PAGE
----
Raising school’s visibility key issue for a new business dean  


Making Pitt Business more of a force in the larger university was on the minds of several people at an open forum Dec. 9 on the search for a new business dean.

Amanda Godley, vice provost for graduate studies, is leading the search committee to replace Arjang Assad, who will transition to faculty on June 30, 2022. Assad has been dean of the Katz Graduate School of Business and undergraduate College of Business Administration since 2015.

The forum, the second of two, will help the committee build a job description. Initial interviews will be conducted confidentially in February and early March. The Pitt Business community will be involved in finalist interviews in mid-March and early April, and Godley said they hope to have the next dean in place during summer 2022. The consulting company Korn Ferry is helping with the search.

Don Moser, professor of business administration in the Department of Accounting, said all the candidates should “have experience at a university where there is strong connections between central administration and the business school. My sense is that the (Pitt) administration has not valued the business school in a way that’s happening at our peers.”

Gordon Vanscoy, a search committee member who received his MBA from Pitt and CEO of RareMed Solutions, agreed that Katz needs to “emerge central to the mission of the University.”

Research is a key way Pitt Business sets itself apart from other local and regional universities, Moser said, and a new dean should be able to communicate that importance to the central administration. Right now, he said, the retirement of several research-oriented professors in business and the inability to replace them “is troubling.”

“We should find someone who both understands and values research and supports the role of continuing to invest (increasingly) in a Ph.D. program in its pursuit of research,” said Dennis Galletta, director of the Ph.D. program at Katz and a professor of business administration.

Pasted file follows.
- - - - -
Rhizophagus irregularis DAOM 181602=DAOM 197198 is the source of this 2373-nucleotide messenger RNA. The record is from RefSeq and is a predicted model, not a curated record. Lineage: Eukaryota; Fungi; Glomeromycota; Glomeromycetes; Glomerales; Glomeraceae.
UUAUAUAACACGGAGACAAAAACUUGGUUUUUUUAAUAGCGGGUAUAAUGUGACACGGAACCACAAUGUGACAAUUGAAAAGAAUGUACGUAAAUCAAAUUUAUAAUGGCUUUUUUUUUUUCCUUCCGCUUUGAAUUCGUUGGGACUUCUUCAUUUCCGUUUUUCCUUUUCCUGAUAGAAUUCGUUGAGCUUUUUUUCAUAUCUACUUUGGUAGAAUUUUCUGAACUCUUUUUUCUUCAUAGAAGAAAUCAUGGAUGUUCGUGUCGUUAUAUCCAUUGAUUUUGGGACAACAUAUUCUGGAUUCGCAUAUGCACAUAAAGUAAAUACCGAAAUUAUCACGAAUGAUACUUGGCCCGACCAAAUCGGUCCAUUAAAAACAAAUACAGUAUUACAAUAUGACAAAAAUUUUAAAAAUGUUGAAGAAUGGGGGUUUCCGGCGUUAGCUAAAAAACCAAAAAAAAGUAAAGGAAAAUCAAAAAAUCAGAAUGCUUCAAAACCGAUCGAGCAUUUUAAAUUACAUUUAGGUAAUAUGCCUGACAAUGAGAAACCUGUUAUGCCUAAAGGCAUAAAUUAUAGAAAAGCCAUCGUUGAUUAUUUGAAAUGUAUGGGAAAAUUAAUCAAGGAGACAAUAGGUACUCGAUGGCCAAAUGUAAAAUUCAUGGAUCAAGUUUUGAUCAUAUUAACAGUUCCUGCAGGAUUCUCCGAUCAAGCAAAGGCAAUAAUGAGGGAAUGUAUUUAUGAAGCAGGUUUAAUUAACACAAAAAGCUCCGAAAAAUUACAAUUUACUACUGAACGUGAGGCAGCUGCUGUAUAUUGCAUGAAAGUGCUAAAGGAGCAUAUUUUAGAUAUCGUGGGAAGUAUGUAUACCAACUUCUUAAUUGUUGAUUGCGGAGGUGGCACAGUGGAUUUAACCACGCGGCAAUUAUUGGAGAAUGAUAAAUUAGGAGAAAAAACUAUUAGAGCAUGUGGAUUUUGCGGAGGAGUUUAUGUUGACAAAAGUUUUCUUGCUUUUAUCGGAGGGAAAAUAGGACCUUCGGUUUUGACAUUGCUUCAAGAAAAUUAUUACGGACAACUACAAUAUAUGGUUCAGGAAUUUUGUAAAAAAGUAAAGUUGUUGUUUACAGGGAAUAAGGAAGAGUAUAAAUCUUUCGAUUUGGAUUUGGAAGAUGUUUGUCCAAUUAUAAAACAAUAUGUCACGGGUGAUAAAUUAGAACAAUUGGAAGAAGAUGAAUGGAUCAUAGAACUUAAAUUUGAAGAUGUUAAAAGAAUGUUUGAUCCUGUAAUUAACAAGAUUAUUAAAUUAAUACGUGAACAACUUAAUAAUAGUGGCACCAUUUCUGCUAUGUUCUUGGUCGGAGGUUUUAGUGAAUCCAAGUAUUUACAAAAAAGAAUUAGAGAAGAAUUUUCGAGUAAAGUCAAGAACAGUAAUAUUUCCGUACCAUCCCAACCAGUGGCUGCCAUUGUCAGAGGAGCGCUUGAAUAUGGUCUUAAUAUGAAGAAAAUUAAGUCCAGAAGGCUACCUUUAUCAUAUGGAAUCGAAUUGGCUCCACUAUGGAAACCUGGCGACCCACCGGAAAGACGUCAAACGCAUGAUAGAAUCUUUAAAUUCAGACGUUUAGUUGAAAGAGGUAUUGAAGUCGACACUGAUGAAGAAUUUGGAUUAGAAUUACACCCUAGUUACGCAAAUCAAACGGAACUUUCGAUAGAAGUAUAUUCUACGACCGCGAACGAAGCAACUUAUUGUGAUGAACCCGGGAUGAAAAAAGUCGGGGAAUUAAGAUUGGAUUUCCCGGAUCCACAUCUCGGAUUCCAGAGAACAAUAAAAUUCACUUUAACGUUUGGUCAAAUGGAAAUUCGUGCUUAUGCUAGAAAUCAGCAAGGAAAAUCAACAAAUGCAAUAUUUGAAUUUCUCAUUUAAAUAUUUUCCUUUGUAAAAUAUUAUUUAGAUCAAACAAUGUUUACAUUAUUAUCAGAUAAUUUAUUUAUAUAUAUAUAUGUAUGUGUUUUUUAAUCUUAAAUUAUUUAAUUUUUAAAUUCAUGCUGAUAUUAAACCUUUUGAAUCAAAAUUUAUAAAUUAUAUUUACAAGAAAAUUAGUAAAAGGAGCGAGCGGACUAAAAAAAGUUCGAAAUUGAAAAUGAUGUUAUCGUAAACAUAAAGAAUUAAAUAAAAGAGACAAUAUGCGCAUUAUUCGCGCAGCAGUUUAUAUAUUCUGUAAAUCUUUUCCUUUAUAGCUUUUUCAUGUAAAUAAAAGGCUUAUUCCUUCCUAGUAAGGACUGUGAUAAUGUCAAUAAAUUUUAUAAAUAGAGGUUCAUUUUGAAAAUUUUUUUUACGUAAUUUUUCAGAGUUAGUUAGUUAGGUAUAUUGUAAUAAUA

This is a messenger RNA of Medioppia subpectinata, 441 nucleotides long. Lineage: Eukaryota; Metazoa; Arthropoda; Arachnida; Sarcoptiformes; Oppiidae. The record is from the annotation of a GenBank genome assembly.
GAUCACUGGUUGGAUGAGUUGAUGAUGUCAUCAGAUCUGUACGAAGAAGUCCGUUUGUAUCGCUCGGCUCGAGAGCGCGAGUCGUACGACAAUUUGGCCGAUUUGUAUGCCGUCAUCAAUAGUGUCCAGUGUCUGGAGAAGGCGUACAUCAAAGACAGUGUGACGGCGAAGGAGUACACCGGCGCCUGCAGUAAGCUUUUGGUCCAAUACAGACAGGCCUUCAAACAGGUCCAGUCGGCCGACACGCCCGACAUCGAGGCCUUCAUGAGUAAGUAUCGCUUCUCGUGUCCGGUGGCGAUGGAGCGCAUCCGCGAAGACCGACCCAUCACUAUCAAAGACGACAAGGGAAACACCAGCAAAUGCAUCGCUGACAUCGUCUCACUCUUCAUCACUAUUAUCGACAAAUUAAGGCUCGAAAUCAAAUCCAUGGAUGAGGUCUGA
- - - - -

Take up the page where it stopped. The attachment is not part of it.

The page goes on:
Jennifer Petrie-Wyman, associate director of strategic initiatives at Pitt Business, said there’s a clear need to build the school’s revenue base and part of that is figuring out what attracts students today. A new dean, she said, should be someone “who really expresses an interest in students and gets involved in activities at Pitt.”

She said the school needs to look forward to a post-pandemic, post-2020 world, which includes doing more in the area of diversity and inclusion. Chris Gassman, associate director of the Center for Sustainable Business, noted that more and more businesses are becoming savvy about environmental issues, so business schools need to do the same.

Jodi Weisfield, executive director of development for Pitt Business, said what she needs from a dean is a “fundraising partner.” They need to be willing to be the face of the school and form ties to CEOs and other business leaders, as well as be savvy politically within the University.

“I want Pitt Business, across the board, to be a destination school,” she said. In addition to attracting students, that means bringing in strong faculty who want to spend their careers at Pitt, building up connections with businesses and creating new research centers. Her ultimate goal is to double the number of donors to the school, which could include finding someone to sponsor the naming rights for the College of Business Administration.

Moser said he would like Pitt Business to have a new facility that would be large enough to have all its programs incorporated in one place, instead of spread across campus.

In addition to the forums, faculty, staff, students, alumni and others can comment on what they’d like to see in the next dean of Pitt Business on an online form.

Susan Jones is editor of the University Times. Reach her at suejones@pitt.edu or 724-244-4042.


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